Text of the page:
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unlocking the power of design to raise more money with John Lepp



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Let me start by saying today we're going to be talking about direct appeal fundraising and specifically design because design is a really important piece of what we're sending out so can you start by talking about why design is important and and what impact it can have if done right versus not right?


At Agents of Good, we run a lot of direct response programs. And I know in the context of direct response or direct marketing, design falls pretty low on the totem pole in terms of importance. You know, as any direct marketer or direct response expert knows the number one most important thing in direct response is list. If you don't have a good list, then it doesn't matter about anything else.


As a sector, we spend a lot of time talking about some of these other components of direct response and not a lot on design. So it's great for me to be able to share some of the nerd knowledge that I have around design because I do obsess over design as much as I obsess over the right list, or how to segment that list or what is the best offer, or the best story or whatever else you want to think about.


Often, it looks like design is very much an afterthought, or it's put in the hands of people who actually don't understand the importance of it. Even if you wind up doing everything perfectly, I always joke that if I had a letter, the best letter in the world written by God or maybe even better in some circles, Tom Ahern, if I don't do my job properly on that outer envelope, then it's not going to matter what is inside because no one's going to look at it.


So the role of design is super, super important. And I literally, it's not a joke, I do lie awake at night and in the mornings thinking about outer envelopes.

I want you to clarify, because we're not just talking about design, like, does it fit within our brand standards and all of that. We're talking about design that works that actually is effective and it doesn't always mean that it's the most beautiful thing or it doesn't always fit in with our design aesthetics. So you talk about what the differences between signing up just looks beautiful and something that is effective?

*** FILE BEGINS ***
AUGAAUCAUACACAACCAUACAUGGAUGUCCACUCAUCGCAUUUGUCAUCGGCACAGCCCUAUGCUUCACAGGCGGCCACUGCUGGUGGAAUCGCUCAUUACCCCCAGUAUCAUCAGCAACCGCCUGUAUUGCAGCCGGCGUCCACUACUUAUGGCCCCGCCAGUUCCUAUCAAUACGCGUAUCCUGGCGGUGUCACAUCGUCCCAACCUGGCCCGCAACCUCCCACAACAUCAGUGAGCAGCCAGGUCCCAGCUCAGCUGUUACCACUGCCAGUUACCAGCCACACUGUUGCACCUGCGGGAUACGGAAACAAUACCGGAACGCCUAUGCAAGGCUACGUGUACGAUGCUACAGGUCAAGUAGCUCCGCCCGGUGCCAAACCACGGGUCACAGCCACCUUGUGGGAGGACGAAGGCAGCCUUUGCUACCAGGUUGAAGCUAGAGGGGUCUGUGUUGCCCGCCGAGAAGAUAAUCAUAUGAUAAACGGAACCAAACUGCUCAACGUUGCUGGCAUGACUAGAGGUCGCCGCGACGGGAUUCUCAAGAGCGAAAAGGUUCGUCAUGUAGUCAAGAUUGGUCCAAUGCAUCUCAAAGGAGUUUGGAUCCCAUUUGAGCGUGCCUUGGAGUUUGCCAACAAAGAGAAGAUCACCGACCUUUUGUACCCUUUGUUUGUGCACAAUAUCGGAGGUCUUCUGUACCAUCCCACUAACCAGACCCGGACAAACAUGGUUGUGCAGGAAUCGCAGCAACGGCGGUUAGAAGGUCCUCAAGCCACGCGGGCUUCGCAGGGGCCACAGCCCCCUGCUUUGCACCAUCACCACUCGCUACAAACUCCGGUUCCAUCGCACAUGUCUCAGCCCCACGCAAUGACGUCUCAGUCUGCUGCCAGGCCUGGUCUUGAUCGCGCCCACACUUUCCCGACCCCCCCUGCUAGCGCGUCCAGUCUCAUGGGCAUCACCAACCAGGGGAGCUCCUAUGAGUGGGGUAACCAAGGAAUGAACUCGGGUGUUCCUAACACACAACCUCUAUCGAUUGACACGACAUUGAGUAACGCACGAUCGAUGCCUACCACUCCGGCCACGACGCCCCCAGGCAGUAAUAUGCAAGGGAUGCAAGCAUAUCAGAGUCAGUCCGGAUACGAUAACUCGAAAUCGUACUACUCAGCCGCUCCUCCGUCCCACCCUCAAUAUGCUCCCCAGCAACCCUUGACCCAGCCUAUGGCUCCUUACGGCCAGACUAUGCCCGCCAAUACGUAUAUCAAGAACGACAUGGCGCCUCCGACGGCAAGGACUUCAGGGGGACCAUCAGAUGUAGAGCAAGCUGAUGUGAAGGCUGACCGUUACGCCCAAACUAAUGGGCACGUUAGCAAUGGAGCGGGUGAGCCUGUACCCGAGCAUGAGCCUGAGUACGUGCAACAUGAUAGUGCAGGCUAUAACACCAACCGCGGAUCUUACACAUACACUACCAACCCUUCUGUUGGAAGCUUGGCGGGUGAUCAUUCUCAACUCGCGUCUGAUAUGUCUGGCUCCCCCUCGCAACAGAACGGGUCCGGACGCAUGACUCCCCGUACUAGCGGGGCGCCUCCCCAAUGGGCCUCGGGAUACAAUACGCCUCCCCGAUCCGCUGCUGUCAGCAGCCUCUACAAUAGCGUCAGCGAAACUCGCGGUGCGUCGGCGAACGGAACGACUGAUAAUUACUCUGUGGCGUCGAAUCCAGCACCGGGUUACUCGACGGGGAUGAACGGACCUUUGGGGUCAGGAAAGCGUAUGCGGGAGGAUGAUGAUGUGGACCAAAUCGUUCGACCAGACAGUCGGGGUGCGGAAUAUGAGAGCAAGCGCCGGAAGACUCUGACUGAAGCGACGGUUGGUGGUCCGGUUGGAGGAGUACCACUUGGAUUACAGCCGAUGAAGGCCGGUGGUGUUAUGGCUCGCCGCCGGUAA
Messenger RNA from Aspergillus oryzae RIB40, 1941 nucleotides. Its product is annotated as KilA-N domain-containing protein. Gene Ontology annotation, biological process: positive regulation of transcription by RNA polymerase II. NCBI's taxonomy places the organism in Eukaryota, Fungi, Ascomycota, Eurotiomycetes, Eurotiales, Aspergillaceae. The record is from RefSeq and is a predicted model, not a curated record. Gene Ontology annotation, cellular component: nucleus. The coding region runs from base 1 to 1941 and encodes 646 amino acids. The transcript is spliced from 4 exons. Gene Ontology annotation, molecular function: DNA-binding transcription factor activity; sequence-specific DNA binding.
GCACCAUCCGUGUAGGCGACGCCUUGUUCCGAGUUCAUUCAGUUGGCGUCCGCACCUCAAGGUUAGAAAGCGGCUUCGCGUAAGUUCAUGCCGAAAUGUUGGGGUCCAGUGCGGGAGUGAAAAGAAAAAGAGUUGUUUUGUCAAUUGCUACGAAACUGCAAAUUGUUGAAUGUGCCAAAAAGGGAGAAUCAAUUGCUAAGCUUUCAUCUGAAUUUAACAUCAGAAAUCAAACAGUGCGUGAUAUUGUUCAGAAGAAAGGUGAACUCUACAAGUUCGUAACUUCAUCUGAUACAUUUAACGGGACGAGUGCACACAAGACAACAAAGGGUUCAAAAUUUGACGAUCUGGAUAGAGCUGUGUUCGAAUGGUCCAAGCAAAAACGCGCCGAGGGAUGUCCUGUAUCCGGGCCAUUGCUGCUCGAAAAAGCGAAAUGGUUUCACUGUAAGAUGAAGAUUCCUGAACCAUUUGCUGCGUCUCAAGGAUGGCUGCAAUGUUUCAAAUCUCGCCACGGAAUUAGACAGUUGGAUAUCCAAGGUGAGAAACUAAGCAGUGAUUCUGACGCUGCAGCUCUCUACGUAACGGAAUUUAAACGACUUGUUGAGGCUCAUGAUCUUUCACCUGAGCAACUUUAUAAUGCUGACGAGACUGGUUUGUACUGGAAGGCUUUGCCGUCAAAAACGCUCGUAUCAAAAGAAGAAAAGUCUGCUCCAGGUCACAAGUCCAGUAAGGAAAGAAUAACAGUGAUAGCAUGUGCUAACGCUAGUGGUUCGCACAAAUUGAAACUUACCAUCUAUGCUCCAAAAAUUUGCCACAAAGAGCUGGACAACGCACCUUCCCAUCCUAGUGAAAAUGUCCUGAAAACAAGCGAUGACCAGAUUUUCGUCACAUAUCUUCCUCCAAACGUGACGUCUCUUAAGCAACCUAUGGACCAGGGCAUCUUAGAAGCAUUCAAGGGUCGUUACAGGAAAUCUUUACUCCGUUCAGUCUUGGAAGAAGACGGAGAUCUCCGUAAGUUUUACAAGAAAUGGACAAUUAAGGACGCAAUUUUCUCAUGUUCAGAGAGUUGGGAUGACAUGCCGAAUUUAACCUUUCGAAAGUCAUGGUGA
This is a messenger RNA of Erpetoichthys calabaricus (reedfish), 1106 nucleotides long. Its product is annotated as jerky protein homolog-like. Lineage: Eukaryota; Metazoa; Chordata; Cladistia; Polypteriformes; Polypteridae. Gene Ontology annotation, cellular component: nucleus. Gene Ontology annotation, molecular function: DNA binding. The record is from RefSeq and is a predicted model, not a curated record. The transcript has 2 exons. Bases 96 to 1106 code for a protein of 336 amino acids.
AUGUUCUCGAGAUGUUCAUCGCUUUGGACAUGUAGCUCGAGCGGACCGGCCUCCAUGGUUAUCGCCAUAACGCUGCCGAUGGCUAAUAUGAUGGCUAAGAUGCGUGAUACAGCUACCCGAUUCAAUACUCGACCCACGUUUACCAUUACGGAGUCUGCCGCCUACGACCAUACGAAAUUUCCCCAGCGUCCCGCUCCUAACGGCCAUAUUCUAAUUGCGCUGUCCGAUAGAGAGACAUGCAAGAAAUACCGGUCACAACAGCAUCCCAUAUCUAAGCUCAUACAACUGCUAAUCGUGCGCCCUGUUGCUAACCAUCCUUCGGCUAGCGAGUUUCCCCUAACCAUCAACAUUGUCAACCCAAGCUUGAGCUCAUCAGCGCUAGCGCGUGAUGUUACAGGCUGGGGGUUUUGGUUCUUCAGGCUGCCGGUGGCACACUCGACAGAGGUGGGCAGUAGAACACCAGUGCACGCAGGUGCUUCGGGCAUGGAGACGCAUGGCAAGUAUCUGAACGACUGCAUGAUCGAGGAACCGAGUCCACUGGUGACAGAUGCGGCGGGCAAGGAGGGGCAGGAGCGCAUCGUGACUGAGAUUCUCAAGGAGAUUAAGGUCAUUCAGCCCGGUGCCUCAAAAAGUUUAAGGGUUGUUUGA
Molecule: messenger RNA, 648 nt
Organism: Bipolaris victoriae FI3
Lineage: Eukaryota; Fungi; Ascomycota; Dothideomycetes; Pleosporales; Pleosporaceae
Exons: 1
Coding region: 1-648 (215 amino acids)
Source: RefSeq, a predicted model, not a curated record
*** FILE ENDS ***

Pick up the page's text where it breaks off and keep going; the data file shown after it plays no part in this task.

You took the words out my mouth. Because I mean, a lot of people think design is just how something looks. And as you've put it so eloquently, it's really about how something works, not how it looks.


I have to check my own subjective needs and desires as a graphic designer at the door and I have to ask myself, is this going to help the piece get a better response get a better result, or is it not? I'm going for less is more definitely in this area. You have to understand how a design allows a donor to move through a pack, what they're experiencing in that little moment, and make sure that every piece of that experience, is the best it possibly can be. So I'm always thinking about how I want a donor to move to the pack. What do I want them to look at first? What do I want them to see? First and last and what should I say to get them to do what I want them to do?


We often associate design with expensive. Can you talk a little bit about that misconception?


A Large part of the stuff that we do with our clients is produced in house.


We always talk about these like little moments to make the design extra personal. These little touches, like I'm left handed. So whenever I write anything, I smear ink all over the place. And computers don't smear ink. It's like stamps. Computers don't put stamps on envelopes, but humans do. It’s these little imperfections in our work that really are effective. We like to get our clients to paperclip photographs on the top of letters and do all these things that computers and machines can't do. Because it sends all these little signals to donors that there's humans involved in the creation of this piece.